With regard to the composition of the parliamentary representative bodies, the lack of social representativeness is not a fundamental problem; especially when it comes to education, it turns out to be an advantage, because who wants to be ruled by fools? However, we, or at least most of us, would just as well agree to the demand that the social composition of the representatives should not diverge too far from that of the electorate. Even if the members of parliament's socio-structural affiliation cannot be directly linked to their political positions, they are not entirely unaffected by it. The increasing social selectivity of voter participation, which authors like the political scientist Armin Schäfer have impressively demonstrated for the Federal Republic since the 1990s, threatens to exacerbate this problem. [5] Because social selectivity removes the interests of the voters from those of the electorate and the rest of the population, with a high degree of probability it also removes the politics of the representatives from them. The result is a self-reinforcing process: If voters from the disadvantaged classes stay away from the elections, they can no longer count on their interests being represented by parties and politicians. And if parties and politicians do not represent their interests, these voters have even less reason to vote in the elections.

Elections are and will remain the most important form of participation in which the political equality of citizens manifests itself. The universal and equal right to vote therefore becomes a farce if the disadvantaged groups in society do not make use of it and increasingly stay away from the elections. Admittedly, there is no evidence that the problem is exacerbated by the expansion and use of other forms of participation (e.g. in the area of ​​direct democracy): the disadvantaged do not stay away from elections in even greater numbers because those interested in politics from the better-off classes receive such participation offers perceive. Nevertheless, it is surprising how little political science has paid attention to this problem so far, while paying widespread attention to the new models of participation. [6]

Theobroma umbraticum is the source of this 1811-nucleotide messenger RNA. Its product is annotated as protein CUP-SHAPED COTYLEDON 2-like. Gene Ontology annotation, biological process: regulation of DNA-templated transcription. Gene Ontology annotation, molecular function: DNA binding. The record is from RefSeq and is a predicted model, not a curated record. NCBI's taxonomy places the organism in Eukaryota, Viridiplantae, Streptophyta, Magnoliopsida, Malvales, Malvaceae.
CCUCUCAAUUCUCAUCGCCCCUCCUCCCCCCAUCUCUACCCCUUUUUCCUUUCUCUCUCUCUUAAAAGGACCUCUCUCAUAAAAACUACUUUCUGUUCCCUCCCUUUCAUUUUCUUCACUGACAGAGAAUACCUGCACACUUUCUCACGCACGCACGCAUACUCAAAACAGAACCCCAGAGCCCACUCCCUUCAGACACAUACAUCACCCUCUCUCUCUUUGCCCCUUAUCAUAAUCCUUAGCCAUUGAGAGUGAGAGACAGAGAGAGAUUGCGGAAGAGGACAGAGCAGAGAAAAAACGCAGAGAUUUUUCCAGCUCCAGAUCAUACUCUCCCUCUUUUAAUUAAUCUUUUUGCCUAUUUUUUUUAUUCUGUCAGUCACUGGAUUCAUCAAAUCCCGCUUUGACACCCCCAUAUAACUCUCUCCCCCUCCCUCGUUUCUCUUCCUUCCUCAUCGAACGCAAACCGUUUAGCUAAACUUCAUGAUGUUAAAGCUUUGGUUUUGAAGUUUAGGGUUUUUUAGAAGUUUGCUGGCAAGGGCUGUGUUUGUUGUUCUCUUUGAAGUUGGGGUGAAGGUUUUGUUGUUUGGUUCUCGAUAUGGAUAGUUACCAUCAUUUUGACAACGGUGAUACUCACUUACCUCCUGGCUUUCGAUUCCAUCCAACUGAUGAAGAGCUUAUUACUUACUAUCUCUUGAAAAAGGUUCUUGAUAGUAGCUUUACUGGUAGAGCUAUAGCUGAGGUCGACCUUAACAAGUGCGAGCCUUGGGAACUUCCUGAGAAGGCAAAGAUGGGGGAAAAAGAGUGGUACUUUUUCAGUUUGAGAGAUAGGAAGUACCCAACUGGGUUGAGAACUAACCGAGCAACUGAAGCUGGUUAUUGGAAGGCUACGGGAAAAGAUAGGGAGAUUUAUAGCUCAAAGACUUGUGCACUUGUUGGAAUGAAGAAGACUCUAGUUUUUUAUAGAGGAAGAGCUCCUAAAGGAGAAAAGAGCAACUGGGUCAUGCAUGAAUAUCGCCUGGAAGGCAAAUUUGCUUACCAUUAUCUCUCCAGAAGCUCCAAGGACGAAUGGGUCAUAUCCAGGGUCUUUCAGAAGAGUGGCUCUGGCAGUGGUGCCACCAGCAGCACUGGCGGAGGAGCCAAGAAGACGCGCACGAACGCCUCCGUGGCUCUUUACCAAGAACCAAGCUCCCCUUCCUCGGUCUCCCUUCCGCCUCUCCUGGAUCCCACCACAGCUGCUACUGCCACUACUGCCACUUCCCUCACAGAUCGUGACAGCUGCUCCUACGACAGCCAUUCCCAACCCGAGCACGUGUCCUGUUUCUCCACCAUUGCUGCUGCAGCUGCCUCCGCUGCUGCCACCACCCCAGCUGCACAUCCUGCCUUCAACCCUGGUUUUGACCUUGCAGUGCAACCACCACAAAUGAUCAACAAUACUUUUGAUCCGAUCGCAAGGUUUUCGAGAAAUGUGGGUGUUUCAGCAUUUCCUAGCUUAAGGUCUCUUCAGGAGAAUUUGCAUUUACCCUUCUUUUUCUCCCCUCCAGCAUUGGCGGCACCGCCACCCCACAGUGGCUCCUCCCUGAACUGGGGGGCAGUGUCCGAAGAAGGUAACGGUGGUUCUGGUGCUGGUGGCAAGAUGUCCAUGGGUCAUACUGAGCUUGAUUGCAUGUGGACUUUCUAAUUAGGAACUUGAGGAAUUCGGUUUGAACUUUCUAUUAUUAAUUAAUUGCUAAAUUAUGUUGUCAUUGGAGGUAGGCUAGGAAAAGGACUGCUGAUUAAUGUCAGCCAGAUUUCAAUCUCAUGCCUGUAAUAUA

Even if it is worthwhile to think about improving the institutional incentive structures, it will not be possible to bring voters who have fallen into resignation back into the political system primarily through reforms of the electoral law or electoral system. Even compulsory voting would not change the causes of the social division. What is needed instead is an agenda that counteracts this division through more equal opportunities by improving integration into the labor market and investing more in education, childcare and health care. [7] The Scandinavian example shows the importance of a renewed welfare state for social cohesion. This is especially true under the conditions of globalization. The more the economies open up to the outside world, the more important education and training become in order to prepare for competition, but also the protection against the internal risks arising from competition. If politics does not succeed in imparting this security to people or in giving it back, then the crisis of participation cannot be resolved either.